Day 2 was again Passo Duran and Passo Staulanza.  You can read in full detail here and here if you so desire.

One would think that from one year to the next, the roads couldn’t change that much. And that certainly seemed the case on the Duran. The climb was hard to start, and then eased off towards the top, and Gerardo greeted us with delicious food. See previous years’ posts if you want photos.

After the steep descent, and after ignoring the life advice offered by passing through the town Dont, we started up the Staulanza. I remembered that it was steep to start, with more traffic than most of the roads we would ride on. I remembered correctly.

I also remembered that after the switchbacks, the cars thinned out a lot, and you were nearly to the top.

About that memory…

The cars did thin out, but I swear, they added a huge long stretch of road before the top of the pass. Once we were on it, I went from “yay, I’m practically at the top” to “oh no, I completely forgot about this interminable, never going to get there, part of the ride.”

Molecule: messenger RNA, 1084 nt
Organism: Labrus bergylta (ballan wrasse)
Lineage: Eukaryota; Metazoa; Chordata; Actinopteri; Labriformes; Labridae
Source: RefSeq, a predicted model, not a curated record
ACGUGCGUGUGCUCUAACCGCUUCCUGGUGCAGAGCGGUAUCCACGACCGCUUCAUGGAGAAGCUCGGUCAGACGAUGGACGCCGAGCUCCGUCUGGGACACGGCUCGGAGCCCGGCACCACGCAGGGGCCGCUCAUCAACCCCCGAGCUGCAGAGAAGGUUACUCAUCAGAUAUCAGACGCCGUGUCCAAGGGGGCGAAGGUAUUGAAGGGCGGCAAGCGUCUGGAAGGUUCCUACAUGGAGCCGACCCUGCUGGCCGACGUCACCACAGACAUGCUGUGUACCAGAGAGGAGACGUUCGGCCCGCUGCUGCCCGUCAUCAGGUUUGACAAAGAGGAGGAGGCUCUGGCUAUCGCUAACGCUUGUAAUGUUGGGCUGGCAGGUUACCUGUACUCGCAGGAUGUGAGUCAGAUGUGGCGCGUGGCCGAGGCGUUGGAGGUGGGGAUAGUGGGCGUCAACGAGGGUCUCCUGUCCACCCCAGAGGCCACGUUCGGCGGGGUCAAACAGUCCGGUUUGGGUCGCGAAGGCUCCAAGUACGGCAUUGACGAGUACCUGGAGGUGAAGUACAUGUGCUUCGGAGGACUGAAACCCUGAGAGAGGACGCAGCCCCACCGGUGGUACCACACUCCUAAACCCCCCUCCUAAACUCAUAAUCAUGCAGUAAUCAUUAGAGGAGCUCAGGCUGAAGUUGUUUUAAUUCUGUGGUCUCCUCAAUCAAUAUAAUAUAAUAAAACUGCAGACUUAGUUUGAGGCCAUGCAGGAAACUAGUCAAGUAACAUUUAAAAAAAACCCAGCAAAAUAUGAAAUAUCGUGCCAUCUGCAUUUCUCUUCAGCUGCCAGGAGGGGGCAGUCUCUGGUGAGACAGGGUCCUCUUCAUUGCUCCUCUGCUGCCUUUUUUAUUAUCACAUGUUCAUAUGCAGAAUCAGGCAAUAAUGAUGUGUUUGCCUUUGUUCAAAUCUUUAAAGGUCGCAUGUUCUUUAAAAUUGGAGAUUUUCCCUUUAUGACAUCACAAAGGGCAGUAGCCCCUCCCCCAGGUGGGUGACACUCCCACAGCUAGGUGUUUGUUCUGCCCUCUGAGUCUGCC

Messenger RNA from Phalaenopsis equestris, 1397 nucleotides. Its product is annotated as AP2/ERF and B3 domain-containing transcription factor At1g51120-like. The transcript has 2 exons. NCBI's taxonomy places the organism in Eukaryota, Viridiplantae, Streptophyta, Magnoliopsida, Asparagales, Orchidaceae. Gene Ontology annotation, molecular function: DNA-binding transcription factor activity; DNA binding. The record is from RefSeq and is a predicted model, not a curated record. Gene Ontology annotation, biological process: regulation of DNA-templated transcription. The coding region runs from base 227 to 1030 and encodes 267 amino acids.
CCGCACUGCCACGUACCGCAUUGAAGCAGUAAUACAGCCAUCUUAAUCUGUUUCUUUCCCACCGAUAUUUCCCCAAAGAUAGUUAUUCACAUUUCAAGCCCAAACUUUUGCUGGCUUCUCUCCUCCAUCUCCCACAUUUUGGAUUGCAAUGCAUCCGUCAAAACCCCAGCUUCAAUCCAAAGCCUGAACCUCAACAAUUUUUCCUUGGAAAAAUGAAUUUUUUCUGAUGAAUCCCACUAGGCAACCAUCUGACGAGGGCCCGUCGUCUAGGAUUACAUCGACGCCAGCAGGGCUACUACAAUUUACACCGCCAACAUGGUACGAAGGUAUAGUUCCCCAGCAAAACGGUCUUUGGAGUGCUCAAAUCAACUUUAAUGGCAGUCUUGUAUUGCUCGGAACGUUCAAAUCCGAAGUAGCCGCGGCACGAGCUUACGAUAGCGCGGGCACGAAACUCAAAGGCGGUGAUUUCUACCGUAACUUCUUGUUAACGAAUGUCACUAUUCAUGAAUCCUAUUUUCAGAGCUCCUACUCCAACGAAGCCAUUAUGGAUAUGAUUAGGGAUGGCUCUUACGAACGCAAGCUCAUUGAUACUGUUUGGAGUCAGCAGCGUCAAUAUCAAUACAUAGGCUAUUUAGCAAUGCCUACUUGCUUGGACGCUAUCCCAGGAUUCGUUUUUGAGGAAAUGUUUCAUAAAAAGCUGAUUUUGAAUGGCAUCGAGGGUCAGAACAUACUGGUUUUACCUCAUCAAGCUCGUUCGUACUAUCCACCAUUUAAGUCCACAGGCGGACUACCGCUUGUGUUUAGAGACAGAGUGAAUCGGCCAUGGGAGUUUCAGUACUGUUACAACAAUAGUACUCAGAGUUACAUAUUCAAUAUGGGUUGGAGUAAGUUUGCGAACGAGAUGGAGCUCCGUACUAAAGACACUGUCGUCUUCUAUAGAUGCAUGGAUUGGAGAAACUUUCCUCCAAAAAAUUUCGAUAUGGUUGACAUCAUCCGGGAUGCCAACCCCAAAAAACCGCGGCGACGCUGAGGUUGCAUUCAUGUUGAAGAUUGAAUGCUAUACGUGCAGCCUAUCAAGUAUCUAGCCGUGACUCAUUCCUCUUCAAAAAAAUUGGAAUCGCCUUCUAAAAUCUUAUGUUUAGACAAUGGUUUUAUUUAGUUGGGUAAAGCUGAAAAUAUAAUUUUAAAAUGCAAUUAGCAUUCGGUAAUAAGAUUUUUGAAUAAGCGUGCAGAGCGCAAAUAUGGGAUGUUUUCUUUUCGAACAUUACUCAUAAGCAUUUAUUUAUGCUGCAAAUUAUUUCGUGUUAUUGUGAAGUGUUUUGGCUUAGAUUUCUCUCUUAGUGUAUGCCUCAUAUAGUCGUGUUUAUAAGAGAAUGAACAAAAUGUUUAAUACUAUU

Judging by the steepness of the slope, it was an easier section than the start of the climb. Judging by my disappointed expectations of being nearly done, it was the hardest part of the whole day.

And as I tried to sulk in my dark place, Ian pedaled along easily beside me, chatting merrily away (someone wasn’t out of breath…) and completely oblivious to the unfolding tragedy (someone hadn’t had unreasonable expectations of the climb based upon incorrect memory…)

The problem was, the views from that (forgotten) upper part are really wonderful, and they were totally spoiling my effort to achieve complete misery.